Then there was a prologue that played with IMAX screenings of Star Wars: The Rise Of Skywalker. In that scene, Washington is called in with a mystery team when an Eastern European opera house is stormed by terrorists. If you were lucky enough to catch the prologue, you’ll probably be left with more questions than answers. You get a sense of the tension and scope, without having much idea what’s going on.
Nolan had previously called Tenet, “No question... the most ambitious film we’ve made.” Filmed across seven countries, it boasts a huge international cast and large-scale action set-pieces. “It’s a film of great ambition and great scale that takes a genre, namely the spy film, and tries to take it into some new territory, and tries to take the audience on a ride they might not have had before, and might not be expecting,” he says. “But it uses the conceits of the genre to do that – not unlike the way with Inception we took the conventions of the heist genre, and used the audience’s familiarity with that to try to go into some more unusual, surprising areas. With Tenet, we’re looking at first and foremost giving the audience an incredible ride in the spy movie genre, but using the audience’s facility with following the conventions of that genre to push it into some interesting and unexpected territory.”
On the surface at least, Inception seems like the most obvious point of comparison from Nolan’s back catalogue: mystery mission; trailer packed with striking, beguiling imagery; sharp-suited leads. Thomas concurs, albeit with some hesitation due to some inaccurate online scuttlebutt. “It’s very much its own thing,” she says. “It’s in no sense a re-tread. But I think that there are elements of Memento. I think the obvious film I would compare it to is Inception, because it is a similarly globetrotting, mind-bending, huge... spectacular. But I read a bunch of stuff early on when people were speculating about what it was, and speculating that it was a sequel to Inception. And it’s very much not that. So I almost hesitate to compare the two. But when you look at where it sits in Chris’ body of work, I would say it’s in that vein.”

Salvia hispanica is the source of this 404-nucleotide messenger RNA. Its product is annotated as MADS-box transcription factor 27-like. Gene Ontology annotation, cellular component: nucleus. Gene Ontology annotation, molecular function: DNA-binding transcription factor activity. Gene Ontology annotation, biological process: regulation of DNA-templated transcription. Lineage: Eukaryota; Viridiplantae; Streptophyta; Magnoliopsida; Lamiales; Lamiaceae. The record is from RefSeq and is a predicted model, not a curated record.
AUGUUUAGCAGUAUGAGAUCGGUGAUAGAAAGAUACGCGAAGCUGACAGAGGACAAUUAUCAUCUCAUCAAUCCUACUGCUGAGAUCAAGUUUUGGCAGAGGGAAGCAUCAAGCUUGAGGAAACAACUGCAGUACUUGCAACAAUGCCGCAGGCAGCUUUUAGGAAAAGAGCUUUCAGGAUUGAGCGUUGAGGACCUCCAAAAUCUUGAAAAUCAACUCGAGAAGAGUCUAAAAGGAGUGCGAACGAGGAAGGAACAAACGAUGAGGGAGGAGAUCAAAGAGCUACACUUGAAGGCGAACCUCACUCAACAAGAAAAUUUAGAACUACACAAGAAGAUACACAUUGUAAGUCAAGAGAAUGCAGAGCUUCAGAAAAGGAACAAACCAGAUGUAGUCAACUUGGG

Any Nolan fan will know of his love of the spy genre, particularly the James Bond films. “I’ve wanted to do a spy film for a very, very long time,” he explains. “Since
I was a kid, really. Since I first started thinking about making films, I’ve wanted to do something in this genre.” The writer/director works in a way where he’ll sometimes file away an image or conceptual idea for later use. “Tenet brings together a lot of different things I’ve been thinking about for a long time,” he says. “Specifically, there are images and things in the film that I’ve been thinking about for at least 20 years... I’ve been working on the specifics of Tenet, in its current form, I’d say, for about six years. But some of the key ideas behind it, some of the key images, have been around for a lot longer than that.”
Nolan often puts on tone-setting screenings of old movies for cast and crew before filming, but chose to forgo that here. “Interestingly, this is one of the first films I’ve ever made where we didn’t do any screenings,” he says. “And the reason was, I think we all have the spy genre so in our bones and in our fingertips. I actually wanted to work from a memory and a feeling of that genre, rather than the specifics.”
There’s one film outside the spy genre that’s an unlikely inspiration point of sorts. “I have no idea whether this is true, but I sort of have this idea that if you look at Sergio Leone when he made Once Upon A Time In The West, there’s a slight feeling of... I’m not sure he watched any westerns while he was making it,” says Nolan. “It expresses his love for the genre that’s grown over years and years and years. And there’s something so fabulously heightened about the way he then engages with that genre. It’s the distillation of all these things in his past, and his impressions of the genre. I wanted the crew to dive into this film, in a very unique way, and to not really be influenced by things in a conscious sense, but to just let our love for the genre, and our love for the movies in general, feed into the ways in which we express things.”